In the ruins of a place once known as North America lies the nation of Panem, a shining Capitol surrounded by twelve outlying districts. The Capitol is harsh and cruel and keeps the districts in line by forcing them all to send one boy and one girl between the ages of twelve and eighteen to participate in the annual Hunger Games, a fight to the death on live TV.
Sixteen-year-old Katniss Everdeen, who lives alone with her mother and younger sister Primrose, regards it as a death sentence when she steps forward to take her sister’s place in the Games. But Katniss has been close to dead before — and survival, for her, is second nature. Without really meaning to, she becomes a contender. But if she is to win, she will have to start making choices that will weigh survival against humanity and life against love.
I buy a lot of books based on the level of excitement from readers. You know those books – the bestsellers, the ones receiving high ratings, or flying off the shelves! I can’t even remember what propelled me to buy The Hunger Games, but I’m pretty sure it was for one of the previously mentioned reasons. Actually, I only had the first book of the series on my shelf for the longest time until one day I posted on Twitter that I was going to read it. My tweet was replied to by someone telling me if I’m going to read the first one I better have the next two on hand. Which I didn’t — so I put it off.
The thing that made me finally pick up the books and read them (again, this is now well after I bought the last 2 books in the series) was going to see Breaking Dawn in the theater and seeing The Hunger Games movie trailer. I came home realizing that I really had no idea what the book was about and the trailer made it look so.darn.good!
Naturally, I would put off reading it for months after seeing that trailer, but once I picked it up, I couldn’t put it down. And my Twitter replier was right: if you’re going to read the first book, have the other two on hand!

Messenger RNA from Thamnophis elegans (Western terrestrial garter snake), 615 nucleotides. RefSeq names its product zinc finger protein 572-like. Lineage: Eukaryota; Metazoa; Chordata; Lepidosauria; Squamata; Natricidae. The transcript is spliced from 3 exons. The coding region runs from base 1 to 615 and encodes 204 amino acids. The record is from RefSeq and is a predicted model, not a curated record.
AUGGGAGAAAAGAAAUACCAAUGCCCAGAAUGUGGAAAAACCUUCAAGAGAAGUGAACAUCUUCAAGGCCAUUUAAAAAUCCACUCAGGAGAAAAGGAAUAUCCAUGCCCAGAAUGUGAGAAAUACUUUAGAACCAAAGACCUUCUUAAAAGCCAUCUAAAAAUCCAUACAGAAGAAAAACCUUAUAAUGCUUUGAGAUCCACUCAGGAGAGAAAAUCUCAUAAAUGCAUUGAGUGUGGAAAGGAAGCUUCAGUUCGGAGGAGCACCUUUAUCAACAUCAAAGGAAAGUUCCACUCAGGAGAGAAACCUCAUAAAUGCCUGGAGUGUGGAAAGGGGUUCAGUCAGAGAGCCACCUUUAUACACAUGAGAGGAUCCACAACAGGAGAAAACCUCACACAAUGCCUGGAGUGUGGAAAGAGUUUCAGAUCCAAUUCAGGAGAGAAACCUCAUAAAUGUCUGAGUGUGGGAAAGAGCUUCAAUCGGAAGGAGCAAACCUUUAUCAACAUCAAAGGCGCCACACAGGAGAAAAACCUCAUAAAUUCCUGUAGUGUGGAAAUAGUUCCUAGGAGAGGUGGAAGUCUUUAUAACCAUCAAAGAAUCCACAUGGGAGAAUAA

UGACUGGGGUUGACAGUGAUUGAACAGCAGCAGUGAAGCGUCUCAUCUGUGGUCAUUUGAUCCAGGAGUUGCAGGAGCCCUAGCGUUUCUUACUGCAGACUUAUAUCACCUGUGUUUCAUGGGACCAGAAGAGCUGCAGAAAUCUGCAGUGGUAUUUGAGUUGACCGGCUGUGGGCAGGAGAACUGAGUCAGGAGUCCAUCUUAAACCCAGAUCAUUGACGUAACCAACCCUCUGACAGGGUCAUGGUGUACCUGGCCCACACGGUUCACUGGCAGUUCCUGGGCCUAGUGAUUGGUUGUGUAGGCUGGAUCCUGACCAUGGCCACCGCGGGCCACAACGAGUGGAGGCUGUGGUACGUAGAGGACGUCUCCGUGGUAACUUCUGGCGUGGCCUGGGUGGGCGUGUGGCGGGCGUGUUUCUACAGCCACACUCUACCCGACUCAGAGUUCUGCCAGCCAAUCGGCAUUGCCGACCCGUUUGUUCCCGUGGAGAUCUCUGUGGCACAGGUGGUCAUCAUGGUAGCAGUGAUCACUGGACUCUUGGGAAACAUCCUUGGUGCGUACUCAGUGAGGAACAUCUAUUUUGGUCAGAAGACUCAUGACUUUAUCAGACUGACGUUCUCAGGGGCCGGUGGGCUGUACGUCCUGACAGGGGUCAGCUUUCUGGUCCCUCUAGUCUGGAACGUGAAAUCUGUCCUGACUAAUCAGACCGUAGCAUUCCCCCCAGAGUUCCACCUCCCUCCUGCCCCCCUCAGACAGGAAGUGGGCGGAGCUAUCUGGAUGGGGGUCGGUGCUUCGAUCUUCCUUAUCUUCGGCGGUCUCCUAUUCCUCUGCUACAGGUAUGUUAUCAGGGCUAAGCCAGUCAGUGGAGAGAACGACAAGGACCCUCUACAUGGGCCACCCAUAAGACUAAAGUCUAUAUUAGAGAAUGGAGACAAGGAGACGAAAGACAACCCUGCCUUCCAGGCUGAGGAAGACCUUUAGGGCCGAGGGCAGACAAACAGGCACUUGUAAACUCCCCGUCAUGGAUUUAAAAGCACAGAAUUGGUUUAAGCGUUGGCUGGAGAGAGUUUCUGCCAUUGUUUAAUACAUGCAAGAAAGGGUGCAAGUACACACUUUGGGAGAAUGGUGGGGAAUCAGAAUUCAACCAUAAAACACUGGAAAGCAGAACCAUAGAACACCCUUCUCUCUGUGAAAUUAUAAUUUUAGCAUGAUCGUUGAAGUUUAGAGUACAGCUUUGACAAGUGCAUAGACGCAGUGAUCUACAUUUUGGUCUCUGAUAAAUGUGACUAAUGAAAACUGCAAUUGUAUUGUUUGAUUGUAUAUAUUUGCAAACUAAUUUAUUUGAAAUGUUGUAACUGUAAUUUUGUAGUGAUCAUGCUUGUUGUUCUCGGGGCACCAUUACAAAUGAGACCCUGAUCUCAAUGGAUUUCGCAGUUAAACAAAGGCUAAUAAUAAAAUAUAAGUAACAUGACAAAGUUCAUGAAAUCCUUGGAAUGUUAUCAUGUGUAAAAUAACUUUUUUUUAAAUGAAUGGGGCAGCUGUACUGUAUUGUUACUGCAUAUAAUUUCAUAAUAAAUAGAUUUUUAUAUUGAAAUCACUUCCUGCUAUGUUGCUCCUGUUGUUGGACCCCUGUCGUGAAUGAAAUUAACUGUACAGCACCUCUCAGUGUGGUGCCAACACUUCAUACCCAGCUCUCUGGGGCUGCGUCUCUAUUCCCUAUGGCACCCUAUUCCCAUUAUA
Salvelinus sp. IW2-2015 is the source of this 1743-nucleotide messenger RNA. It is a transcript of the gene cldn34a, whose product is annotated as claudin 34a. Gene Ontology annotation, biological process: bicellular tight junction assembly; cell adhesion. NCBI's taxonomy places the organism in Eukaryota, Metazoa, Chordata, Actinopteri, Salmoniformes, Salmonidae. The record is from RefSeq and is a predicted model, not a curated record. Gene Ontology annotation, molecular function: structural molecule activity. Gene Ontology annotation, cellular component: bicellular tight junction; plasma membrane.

The Hunger Games is kind of bizarre when you think about it. It’s about these annual games, put on by the Capital, where two people between the ages of 12 & 17 are chosen to participate in a fight-to-the-death, Survivor type of game for the sole reason to be entertainment for the bored people who live in the Capital.
Knowing that this is what the book was about, I was certain that I wouldn’t like it, but Collins’s writing style is fantastic. She has a way of drawing in her readers with just enough gore, just enough action, and a great story. In fact, you might not even notice how bizarre it all is until you finish reading the series.
I loved the characters, though I have to admit that Katniss isn’t the most likable of characters. She seemed very brash and unsure of what she wanted, except when it came to Prim. I adored Prim. And Gale. I’ll admit that I’m really not on the Peeta bandwagon, no matter how sincere he sounds.
I know that this book is set up for the series (obviously, since it’s 2012 and the last book of the series was published in 2010. Apparently, I was living under a rock.), but I’m happy that there’s an actual ending to what happened in this installment and that it’s not one event being dragged out over three books.
If you enjoy dystopian books, mixed with a lot of un-put-down-able action, then this book is for you. The Hunger Games is a sure winner.
Watch the book trailer
Read More of My Suzanne Collins Reviews
© 2012, Reading In Winter. All rights reserved.